In its June 14, 2012, decision in Bard Peripheral Vascular, Inc. v. W.L. Gore & Assoc., Inc., the Federal Circuit appears to have made it more difficult to prove willful infringement of a patent. Absent a showing of willfulness, a plaintiff in a patent infringement case has almost no chance of obtaining “enhanced damages,” i.e., treble actual damages and attorneys’ fees.
In its 2007 opinion, In re Seagate Technology, 497 F.3d 1360, the Federal Circuit established a two-prong test for proving willful patent infringement:
- The infringer acted despite an objectively high likelihood that its actions constituted infringement of a valid patent (the “objective prong”); and
- That the objectively-defined risk was either known or so obvious that it should have been known to the accused infringer (the “subjective prong”).
At issue in Bard Peripheral was the Seagate test’s objective prong. The defendant,W.L. Gore, argued that it did not act despite an objectively high likelihood that its action constituted infringement of the plaintiff’s patent because Gore had a valid defense to the infringement claims, negating Seagate’s objective prong. Gore asserted several defenses that it argued were reasonable, including inventorship, inadequate written description, obviousness, and anticipation. Gore further argued that Bard Peripheral failed to present evidence proving willfulness by clear and convincing evidence.
The trial court submitted the issue to the jury, who rejected Gore’s argument and returned a finding of willfulness. The jury awarded Bard US$185 million for willful infringement of its patent relating to blood vessel grafts. The trial court upheld the jury award, explaining that the jury’s award was supported through the extensive litigation history before the PTO. Additionally, the trial court exercised its discretion and awarded double damages of US$371 million.
The Federal Circuit panel initially upheld the willfulness finding. In a subsequent en banc review, however, the court vacated the first panel’s opinion as to willfulness and instructed the panel to revisit that issue and “explicat[e] the standard of review applicable to it.”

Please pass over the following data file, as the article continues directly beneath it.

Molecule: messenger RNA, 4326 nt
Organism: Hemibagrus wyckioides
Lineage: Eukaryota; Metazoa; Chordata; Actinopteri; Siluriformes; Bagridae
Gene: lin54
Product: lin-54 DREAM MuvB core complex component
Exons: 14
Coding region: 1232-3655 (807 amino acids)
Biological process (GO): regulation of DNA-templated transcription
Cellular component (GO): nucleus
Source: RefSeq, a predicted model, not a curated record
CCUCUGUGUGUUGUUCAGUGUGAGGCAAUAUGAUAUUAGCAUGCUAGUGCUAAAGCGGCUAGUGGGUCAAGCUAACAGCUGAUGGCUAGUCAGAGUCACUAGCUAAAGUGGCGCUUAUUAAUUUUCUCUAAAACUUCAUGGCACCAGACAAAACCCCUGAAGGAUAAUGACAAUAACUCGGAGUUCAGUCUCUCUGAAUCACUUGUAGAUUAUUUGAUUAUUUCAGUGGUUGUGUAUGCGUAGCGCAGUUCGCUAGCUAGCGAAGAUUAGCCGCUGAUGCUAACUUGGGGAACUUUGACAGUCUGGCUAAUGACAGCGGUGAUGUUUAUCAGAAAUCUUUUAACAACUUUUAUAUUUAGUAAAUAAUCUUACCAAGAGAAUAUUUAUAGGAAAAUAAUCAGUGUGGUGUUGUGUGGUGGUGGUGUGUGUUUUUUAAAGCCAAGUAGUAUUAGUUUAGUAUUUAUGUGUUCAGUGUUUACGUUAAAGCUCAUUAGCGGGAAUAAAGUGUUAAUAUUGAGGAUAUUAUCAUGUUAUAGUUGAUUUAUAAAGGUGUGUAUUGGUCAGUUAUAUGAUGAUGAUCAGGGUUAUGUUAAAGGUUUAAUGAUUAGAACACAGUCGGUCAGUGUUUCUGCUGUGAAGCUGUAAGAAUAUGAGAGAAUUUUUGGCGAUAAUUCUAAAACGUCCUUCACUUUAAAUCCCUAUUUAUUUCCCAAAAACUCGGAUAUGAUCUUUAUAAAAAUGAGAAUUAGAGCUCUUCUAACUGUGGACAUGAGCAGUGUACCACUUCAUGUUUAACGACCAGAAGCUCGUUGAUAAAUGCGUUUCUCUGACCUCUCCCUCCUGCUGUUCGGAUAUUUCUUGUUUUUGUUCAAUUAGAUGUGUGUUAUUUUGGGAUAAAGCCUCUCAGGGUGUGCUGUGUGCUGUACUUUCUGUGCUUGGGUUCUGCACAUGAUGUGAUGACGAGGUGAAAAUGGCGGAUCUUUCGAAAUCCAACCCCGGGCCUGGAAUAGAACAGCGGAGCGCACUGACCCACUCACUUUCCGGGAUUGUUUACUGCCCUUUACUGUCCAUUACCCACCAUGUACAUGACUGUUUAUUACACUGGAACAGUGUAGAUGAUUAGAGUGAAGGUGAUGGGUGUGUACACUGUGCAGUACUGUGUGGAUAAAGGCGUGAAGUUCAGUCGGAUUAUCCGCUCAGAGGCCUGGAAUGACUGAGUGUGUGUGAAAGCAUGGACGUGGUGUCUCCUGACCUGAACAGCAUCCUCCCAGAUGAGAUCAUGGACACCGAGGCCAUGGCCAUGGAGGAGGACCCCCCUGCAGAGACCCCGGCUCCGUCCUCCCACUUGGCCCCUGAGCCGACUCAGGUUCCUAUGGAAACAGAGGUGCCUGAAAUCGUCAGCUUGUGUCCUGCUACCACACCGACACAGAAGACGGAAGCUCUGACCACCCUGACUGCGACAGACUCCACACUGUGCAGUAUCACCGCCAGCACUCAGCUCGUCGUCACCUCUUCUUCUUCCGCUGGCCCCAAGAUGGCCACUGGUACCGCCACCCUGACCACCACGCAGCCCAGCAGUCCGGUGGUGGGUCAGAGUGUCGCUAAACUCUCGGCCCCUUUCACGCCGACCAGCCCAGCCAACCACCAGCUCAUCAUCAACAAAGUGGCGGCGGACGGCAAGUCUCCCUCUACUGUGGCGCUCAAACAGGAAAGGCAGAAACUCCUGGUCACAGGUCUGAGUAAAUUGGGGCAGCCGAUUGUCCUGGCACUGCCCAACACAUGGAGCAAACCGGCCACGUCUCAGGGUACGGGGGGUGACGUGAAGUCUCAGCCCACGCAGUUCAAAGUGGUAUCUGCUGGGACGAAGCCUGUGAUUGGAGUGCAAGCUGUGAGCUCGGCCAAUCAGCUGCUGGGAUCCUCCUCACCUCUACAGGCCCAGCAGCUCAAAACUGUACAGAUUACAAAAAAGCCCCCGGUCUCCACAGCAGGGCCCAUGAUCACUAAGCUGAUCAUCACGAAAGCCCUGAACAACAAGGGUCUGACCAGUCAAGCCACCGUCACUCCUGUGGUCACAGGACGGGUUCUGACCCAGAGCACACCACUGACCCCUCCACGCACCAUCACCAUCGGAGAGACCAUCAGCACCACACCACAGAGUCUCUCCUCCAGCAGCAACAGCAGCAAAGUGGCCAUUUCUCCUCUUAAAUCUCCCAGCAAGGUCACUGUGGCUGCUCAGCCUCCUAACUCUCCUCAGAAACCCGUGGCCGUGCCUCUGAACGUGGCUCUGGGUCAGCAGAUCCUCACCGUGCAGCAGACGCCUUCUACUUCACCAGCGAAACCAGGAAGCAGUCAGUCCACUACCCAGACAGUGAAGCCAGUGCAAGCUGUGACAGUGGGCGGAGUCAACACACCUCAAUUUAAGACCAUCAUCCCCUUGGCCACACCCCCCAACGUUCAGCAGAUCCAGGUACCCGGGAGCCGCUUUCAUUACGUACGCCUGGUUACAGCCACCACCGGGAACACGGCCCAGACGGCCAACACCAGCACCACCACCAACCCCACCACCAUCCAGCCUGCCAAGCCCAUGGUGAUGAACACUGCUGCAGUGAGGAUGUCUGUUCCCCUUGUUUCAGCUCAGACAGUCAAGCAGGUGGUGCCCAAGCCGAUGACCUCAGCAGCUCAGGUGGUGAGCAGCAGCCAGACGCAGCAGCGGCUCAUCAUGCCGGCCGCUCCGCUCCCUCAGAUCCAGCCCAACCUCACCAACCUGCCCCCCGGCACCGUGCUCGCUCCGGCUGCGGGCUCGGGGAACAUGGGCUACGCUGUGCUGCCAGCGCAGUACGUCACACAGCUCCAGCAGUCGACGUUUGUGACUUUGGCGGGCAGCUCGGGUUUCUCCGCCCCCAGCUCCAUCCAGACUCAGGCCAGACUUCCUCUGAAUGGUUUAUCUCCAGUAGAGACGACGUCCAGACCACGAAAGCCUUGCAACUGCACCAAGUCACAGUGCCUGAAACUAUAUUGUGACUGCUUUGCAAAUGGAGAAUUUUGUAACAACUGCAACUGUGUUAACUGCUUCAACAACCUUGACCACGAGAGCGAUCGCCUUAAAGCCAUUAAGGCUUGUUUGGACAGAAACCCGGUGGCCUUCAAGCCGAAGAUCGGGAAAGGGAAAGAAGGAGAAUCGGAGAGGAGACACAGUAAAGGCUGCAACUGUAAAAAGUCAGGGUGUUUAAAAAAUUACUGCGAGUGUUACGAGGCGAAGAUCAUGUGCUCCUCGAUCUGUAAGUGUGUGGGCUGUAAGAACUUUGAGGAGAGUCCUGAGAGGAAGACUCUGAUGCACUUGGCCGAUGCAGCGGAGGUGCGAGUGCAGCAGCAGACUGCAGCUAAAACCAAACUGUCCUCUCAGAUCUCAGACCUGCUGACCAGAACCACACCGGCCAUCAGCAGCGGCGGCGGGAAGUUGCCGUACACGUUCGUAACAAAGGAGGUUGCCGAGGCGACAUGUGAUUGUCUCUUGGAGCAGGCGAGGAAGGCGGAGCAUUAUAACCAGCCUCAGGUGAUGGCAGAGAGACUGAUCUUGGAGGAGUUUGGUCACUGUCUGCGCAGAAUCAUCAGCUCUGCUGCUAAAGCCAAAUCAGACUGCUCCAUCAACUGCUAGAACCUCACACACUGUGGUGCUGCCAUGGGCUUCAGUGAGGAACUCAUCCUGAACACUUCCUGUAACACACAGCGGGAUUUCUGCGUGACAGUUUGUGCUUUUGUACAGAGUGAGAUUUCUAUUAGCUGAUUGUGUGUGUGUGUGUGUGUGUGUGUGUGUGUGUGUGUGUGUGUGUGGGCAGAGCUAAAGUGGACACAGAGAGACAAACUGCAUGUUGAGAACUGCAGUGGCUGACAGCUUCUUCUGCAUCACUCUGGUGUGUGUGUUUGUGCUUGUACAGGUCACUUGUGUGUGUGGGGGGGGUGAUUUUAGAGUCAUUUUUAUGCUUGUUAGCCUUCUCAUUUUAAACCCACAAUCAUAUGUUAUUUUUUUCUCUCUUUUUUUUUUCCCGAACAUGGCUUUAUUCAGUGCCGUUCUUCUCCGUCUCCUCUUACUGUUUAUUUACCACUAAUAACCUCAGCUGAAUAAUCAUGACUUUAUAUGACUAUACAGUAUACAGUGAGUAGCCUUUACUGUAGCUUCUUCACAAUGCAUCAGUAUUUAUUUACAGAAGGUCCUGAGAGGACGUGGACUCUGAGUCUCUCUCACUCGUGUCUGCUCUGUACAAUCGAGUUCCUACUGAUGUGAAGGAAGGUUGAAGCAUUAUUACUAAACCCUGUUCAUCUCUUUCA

After undertaking the further analysis required by the en banc panel, the Federal Circuit held that the trial court had fundamentally erred in allowing the jury to decide whether there was an objectively high likelihood that the accused products infringed the patents in suit – i.e., the first prong of the Seagate test. Although this had been a regular practice among trial courts, the panel noted that the Federal Circuit’s opinions on willfulness since Seagate “have begun to recognize that the issues are more complex” and that
…simply stating that willfulness is a question of fact oversimplifies the issue.While the ultimate question of willfulness based on an assessment of the second prong of Seagate may be a question of fact, Seagate also requires a threshold determination of objective recklessness.
The Federal Circuit explained that this objective prong analysis entails an objective assessment of potential defenses based on the risk presented by the patent “which may include questions of infringement but also can be expected in almost every case to entail questions of validity not necessarily dependent on the factual circumstance of the particular party accused of infringement.” The court, not the jury, is best positioned to make this determination.